Summons was issued and served on the Shell Company in St. Louis. It made no objection to the service, but filed a petition and bond for removal to the Federal Court, where the proceeding is still pending on a motion to remand. Another summons issued out of the state court was served on the relator in St. Charles County. He appeared specially and filed a plea in abatement to the jurisdiction based on the ground that his co-defendant, the Shell Company, is a resident of Virginia, not of Missouri, in consequence of which the venue of the action is in St. Charles County where he lives, not in St. Louis where the Shell Company has an office. The question is one of statutory construction. The plea was overruled by the trial court and relator brings prohibition here on the same grounds.

His legal theory is that the general venue statute, Section 720, Revised Statutes 1929 (Mo. Stat. Ann., p. 929), governs the case below because the action was brought against him and the Shell Company jointly; that Section 723, Revised Statutes 1929 (Mo. Stat. Ann., p. 936), the venue statute in suits against corporations, is not controlling because that statute applies only when a corporation, domestic or foreign, is the sole valid defendant. Both these contentions are well founded: State ex rel. Columbia National Bank v. Davis, 314 Mo. 373, 284 S.W. 464, an exhaustive banc decision. The case therefore hinges on the construction to be given Section 720. The only parts thereof which can have any bearing on the controversy are as follows:

"Suits instituted by summons shall, except as otherwise provided by law, be brought: . . .; second, when there are several defendants, and they reside in different counties, the suits may be brought in any such county; third, when there are several defendants, some residents and others non-residents of the state, suit may be brought in any county in this state in which any defendant resides;" (For the legislative history of the several clauses of this section see State ex rel. Standard Fire Ins. Co. v. Gantt, 274 Mo. l. c. 504, 505, 203 S.W. l. c. 967; 2 Mo. Stat. Ann., p. 929).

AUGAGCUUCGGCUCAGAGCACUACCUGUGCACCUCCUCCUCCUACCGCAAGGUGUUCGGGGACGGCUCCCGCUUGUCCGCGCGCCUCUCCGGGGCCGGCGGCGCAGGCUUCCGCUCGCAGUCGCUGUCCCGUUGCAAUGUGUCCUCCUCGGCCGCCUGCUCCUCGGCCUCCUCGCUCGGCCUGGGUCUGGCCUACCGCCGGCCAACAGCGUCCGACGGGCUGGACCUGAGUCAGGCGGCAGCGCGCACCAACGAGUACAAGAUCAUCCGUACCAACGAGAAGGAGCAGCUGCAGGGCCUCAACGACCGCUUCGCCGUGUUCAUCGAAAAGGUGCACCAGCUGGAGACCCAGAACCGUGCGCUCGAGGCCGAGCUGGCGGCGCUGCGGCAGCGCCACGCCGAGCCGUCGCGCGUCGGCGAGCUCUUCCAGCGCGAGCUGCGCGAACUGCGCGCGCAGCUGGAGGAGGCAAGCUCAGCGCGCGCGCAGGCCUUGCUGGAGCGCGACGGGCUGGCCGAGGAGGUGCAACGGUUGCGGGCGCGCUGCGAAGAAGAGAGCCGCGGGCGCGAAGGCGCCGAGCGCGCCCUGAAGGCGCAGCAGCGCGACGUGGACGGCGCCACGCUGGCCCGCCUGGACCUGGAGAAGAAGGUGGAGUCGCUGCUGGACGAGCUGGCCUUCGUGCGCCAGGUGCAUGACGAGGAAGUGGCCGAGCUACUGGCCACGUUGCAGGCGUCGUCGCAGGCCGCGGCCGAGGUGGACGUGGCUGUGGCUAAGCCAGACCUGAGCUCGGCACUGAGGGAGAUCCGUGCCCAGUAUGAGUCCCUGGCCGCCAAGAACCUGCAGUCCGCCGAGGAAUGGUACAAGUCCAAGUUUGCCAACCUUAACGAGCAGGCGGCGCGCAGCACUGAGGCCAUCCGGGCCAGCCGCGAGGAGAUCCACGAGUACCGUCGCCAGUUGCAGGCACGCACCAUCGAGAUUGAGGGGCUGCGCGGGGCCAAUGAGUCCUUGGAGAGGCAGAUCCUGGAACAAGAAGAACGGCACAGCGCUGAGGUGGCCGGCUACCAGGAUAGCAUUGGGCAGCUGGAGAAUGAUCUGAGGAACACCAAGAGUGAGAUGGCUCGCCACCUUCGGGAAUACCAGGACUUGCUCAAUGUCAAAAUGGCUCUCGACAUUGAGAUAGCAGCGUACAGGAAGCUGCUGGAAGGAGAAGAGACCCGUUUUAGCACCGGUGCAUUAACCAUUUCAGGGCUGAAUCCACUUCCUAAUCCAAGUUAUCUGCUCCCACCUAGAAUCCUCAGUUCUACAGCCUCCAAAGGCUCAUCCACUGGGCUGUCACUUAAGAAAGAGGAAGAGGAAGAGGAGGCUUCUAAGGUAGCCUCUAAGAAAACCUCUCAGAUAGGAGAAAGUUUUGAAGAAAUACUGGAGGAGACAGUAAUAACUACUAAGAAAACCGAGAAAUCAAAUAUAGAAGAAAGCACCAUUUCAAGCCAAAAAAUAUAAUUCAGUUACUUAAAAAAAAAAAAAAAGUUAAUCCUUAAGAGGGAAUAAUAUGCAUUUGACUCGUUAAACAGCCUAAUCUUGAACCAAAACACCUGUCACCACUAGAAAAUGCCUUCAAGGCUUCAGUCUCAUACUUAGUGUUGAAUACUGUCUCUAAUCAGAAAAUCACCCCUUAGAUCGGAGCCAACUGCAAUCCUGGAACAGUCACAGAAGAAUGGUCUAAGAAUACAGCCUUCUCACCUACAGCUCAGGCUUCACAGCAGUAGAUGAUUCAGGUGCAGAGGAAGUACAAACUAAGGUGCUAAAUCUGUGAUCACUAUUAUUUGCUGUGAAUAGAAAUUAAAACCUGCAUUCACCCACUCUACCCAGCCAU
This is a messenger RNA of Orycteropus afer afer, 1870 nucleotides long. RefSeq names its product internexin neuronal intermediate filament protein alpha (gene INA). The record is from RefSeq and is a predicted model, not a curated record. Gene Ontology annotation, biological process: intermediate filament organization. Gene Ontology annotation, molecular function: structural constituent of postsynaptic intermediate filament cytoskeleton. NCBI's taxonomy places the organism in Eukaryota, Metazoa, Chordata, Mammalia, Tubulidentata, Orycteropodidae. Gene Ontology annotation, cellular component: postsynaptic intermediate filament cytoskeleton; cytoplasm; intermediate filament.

If the Shell Company is a resident of the City of St. Louis within the meaning of the second clause the action was well brought in that city. But if it is not then neither clause applies, for, although the third clause covers actions where one or more of the defendants are non-residents, still it requires the suit to be brought in a county where some defendant resides. So the question is whether a foreign corporation licensed to do business in this State and having an office and place of business in some county is a resident of that county for the purposes of service under clause 2 of Section 720.

Relator cites several standard texts which state the general rule that a corporation can have only one legal residence, namely, in the state of its creation, even though it be licensed to transact business in other states. [*] He notes also the fact that the same rule is enforced in the Federal courts when the jurisdiction and venue are dependent on diversity of citizenship, as in: Seaboard Rice Milling Co. v. C., R. I. & P. Ry. Co., 270 U.S. 363, 366, 70 L.Ed. 633, 46 S.Ct. 247; Central West Public Service Co. v. Craig, 70 F.2d 427, 430(6). Three state cases listed in his brief may be in point: Page Belting Co. v. Joseph, 226 N.Y.S. 723, 727; Wachtel v. Diamond State Engineering Corp., 213 N.Y.S. 77; Larson v. Dubuque Fire & Marine Ins. Co., 238 Mich. 366, 213 N.W. 140.

But the rule contended for by relator is not the general rule as to venue, and is not supported by most of the case and text law cited by him. Thus it is said in 14a Corpus Juris, section 4119, page 1398, that: "For purposes of venue a corporation is deemed a non-resident of states other than the one in which it is incorporated. In the absence of any constitutional or statutory provision fixing the place of trial in actions against foreign corporations in any particular county, the action may be brought and...